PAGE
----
Tom Lehrer’s Living Legacy: A Celebration of the 90-Year-Old’s Work and Influence

By Hoda Fakhari 

A mathematician, performer, and satirical lyricist, Tom Lehrer (ΦBK, Harvard College, 1946) changed the way people experienced popular music, science, and politics.

Remember the periodic table of elements? What about “The Elements” song that was famously performed by Daniel Radcliffe on The Graham Norton Show in 2010? The creative mind responsible for this innovative approach to a common chemistry lesson is none other than Lehrer himself. His rendition of the song can be viewed here

“The Elements,” which garnered widespread popularity by musical enthusiasts and scientists alike, is only one sample of Lehrer’s transformative body of work. Throughout the height of his music career in the 1950s and 60s, Lehrer, who turned 90 this year, produced lyrics that comically reflected on current events while parodying the style of the popular music of his time. 

Lehrer’s notable achievements began outside of the music scene. As a prodigy, he started undergraduate studies in mathematics at Harvard at the age of 15 and graduate studies at 18. His academic accomplishments garnered him election to Phi Beta Kappa, and his witty personality and musical talent earned him wide admiration on the Cambridge social scene. During his time at Harvard, Lehrer became known for his parodies at parties and eventually more formal functions. Realizing that his music had acquired a sizeable audience, Lehrer recorded his first album Songs by Tom Lehrer in 1953. He produced what was considered at the time to be an ambitious 400 copies of the record for distribution. 

The public quickly took to his wit and catchy tunes. By 1960, Lehrer had released his second album More of Tom Lehrer, conducted sold-out performances in the Palace Theatre in London, and sold some 370,000 copies of his records internationally. In July 1959, he was featured in Time for his role in the emergence of the new “sick” comedy that combined social criticism with foolishness to harness a “highly disturbing hostility toward the world.” That hostility arose as a product of his views on civil rights, war, and environmentalism among other social and political issues.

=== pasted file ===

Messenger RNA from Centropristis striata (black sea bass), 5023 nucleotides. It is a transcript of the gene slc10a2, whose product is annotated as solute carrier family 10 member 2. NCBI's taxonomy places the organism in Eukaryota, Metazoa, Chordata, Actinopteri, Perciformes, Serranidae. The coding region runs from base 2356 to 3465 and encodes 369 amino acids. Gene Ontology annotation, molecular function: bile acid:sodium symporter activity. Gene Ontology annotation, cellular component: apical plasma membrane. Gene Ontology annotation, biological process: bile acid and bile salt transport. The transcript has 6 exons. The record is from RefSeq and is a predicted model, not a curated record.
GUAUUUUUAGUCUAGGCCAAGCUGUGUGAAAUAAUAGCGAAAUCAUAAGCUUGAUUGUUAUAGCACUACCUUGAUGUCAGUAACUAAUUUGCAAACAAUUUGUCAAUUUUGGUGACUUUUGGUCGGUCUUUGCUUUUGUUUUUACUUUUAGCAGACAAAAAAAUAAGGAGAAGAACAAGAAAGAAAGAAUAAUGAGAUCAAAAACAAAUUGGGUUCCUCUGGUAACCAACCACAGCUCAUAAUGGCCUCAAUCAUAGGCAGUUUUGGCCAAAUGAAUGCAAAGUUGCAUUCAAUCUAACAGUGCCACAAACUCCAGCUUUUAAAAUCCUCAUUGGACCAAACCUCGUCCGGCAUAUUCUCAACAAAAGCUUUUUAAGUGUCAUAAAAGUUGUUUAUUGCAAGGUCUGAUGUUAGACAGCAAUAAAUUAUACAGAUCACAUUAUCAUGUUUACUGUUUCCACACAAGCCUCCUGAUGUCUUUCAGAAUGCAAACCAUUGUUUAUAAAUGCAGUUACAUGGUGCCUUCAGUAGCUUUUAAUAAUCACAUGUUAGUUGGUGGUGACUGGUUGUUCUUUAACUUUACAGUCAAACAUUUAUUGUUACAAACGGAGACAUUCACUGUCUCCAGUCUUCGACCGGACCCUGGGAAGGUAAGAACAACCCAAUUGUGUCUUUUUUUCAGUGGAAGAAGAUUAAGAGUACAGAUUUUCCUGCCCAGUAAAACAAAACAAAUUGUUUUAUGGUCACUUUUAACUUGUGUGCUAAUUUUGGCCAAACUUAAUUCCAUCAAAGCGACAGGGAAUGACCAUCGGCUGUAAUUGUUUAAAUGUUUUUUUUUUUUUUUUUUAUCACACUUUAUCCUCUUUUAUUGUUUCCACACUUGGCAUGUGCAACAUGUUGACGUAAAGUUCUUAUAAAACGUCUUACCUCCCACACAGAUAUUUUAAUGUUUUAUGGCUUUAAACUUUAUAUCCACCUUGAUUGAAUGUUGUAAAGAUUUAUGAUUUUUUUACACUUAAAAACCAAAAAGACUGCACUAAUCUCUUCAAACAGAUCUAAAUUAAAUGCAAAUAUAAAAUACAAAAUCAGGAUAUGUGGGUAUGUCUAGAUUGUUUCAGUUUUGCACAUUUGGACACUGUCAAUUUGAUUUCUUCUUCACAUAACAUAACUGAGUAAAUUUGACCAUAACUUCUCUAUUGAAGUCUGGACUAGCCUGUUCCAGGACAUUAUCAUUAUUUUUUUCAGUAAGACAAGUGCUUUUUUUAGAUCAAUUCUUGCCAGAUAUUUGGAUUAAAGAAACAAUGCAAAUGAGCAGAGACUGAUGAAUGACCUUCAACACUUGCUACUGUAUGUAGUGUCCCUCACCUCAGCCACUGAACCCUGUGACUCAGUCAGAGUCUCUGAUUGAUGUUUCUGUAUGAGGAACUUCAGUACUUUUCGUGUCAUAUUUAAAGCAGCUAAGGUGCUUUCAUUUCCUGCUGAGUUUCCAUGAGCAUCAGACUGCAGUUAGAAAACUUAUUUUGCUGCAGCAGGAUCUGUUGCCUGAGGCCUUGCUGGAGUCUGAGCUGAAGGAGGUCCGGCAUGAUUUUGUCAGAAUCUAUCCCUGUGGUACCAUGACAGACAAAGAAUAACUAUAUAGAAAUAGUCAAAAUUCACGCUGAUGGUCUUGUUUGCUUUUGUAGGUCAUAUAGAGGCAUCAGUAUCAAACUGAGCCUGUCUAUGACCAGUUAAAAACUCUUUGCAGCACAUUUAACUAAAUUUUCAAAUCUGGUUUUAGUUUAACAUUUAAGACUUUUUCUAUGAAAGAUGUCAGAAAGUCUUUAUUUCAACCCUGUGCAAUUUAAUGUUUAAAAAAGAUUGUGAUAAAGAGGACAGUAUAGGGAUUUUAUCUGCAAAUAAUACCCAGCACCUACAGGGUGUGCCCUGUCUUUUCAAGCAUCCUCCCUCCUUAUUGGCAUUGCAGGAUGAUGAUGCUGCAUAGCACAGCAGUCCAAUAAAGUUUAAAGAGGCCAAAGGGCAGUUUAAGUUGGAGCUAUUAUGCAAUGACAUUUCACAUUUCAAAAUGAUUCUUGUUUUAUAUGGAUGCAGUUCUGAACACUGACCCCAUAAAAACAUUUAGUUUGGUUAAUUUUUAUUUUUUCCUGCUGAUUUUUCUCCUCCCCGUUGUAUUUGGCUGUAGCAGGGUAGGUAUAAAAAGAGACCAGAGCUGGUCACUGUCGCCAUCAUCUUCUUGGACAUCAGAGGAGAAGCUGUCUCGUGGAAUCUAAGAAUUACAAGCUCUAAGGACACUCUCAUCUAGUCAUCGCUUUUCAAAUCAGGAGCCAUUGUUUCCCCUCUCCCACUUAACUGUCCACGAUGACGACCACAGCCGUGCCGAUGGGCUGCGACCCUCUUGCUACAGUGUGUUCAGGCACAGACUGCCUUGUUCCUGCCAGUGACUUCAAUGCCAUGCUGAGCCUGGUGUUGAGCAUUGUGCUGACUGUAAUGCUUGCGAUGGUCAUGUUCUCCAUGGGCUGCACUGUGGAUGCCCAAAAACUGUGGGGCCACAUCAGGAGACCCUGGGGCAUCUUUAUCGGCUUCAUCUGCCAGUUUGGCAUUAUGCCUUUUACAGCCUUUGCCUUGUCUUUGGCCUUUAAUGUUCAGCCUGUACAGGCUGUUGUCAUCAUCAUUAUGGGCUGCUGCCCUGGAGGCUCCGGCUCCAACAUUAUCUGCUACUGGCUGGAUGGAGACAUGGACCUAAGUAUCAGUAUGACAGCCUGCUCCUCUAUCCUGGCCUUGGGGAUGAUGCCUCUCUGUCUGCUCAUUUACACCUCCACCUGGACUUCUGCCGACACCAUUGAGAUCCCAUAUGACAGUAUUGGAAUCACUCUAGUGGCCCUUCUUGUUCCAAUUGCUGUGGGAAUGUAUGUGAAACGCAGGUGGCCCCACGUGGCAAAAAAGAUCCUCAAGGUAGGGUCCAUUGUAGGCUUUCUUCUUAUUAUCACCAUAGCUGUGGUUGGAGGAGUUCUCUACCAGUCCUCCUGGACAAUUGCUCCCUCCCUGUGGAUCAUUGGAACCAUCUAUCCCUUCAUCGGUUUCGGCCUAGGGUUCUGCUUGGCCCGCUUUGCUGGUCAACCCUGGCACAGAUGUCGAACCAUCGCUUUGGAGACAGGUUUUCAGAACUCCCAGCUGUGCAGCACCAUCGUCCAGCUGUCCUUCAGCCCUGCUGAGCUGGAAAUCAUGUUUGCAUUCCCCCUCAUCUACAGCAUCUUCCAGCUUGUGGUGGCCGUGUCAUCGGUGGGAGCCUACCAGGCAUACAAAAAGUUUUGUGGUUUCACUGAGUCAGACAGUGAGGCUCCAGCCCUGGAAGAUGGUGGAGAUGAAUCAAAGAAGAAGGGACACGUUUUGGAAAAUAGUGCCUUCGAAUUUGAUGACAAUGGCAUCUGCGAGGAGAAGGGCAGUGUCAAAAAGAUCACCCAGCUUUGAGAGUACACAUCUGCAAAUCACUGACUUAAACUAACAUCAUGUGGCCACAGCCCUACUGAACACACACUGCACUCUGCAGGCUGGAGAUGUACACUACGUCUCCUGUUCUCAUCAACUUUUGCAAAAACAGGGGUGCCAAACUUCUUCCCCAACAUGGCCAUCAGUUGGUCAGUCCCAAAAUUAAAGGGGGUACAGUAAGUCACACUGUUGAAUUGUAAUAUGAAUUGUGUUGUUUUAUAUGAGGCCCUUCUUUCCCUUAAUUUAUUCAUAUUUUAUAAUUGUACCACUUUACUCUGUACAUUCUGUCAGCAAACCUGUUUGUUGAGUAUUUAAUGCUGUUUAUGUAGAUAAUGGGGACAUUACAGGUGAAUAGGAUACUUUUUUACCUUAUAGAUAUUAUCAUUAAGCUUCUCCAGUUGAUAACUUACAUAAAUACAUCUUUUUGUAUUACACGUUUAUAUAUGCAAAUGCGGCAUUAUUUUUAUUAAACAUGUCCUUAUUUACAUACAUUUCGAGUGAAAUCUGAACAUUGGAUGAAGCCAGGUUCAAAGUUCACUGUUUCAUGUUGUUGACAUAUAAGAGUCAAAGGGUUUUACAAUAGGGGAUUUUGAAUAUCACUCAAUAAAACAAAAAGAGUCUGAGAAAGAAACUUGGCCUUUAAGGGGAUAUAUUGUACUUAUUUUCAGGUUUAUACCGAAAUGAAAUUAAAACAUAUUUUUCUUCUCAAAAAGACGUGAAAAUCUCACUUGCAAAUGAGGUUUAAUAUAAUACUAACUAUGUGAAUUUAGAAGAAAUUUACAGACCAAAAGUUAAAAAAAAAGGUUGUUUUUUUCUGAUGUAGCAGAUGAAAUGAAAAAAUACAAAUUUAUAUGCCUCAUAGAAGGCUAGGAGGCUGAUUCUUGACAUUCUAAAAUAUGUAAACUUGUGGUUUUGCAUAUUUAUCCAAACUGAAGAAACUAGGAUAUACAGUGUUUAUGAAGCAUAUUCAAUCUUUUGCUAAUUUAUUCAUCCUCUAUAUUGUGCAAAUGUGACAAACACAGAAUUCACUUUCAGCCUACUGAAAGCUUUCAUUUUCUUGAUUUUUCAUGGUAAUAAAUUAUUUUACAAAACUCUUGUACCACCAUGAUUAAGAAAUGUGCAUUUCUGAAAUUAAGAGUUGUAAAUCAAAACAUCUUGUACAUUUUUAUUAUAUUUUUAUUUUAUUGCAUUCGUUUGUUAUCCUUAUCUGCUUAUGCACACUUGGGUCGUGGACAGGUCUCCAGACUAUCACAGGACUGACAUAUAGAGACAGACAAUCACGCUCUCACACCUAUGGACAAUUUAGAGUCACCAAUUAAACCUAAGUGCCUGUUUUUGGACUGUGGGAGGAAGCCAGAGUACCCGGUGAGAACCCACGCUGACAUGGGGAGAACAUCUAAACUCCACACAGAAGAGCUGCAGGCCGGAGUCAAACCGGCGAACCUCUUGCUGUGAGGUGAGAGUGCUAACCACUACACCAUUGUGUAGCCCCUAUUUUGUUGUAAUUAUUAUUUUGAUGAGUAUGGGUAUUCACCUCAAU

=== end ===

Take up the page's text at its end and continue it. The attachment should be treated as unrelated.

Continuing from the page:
No matter the subject, Lehrer never shied away from controversy. Instead, he confronted it head on, reminding people, as he is quoted to have said, that “bad weather always looks worse through a window.” His songs “So Long Mom” and “We Will All Go Together When We Go” tackle the subject of nuclear war in an impending World War III.  “I Wanna Go Back to Dixie” goes “too far” in its mocking of racism in the South, and “Pollution” brings awareness to water and air pollution in the United States.

Along with his more upfront sociopolitical commentary, Lehrer directed his satire toward non-political issues such as love, math, and academia in songs like “Poisoning Pigeons in the Park,” “New Math,” and “Lobachevksy.” His mathematical training paired with his synthesis of diverse subjects into lyrical form is emblematic of the interdisciplinary emphasis on education in the liberal arts and sciences.There’s something mathematically satisfying about music,” said Lehrer in an article in The New York Times, “notes fit together and harmony and all that. And mathematics has to do with abstractions and making connections.” 

Despite his easygoing and forthright personality, Lehrer never truly took to the life of a public figure, and he abruptly ended his music career in the 1970s, instead choosing to escape the Boston cold and return to teaching math and music at the University of California, Santa Cruz. 

His entire body of work was officially completed with 37 songs that resonate with established academics and rebellious teens alike. As described in Nature, “[Lehrer’s] scathing creations remain one of the most original — not to mention mathematically elegant — bodies of artistic work to come out of the United States in the twentieth century.” 

Hoda Fakhari is a senior at the University of Illinois at Chicago majoring in biochemistry and English. She became a member of Phi Beta Kappa during her junior year. The University of Illinois at Chicago is home to the Iota of Illinois Chapter of Phi Beta Kappa.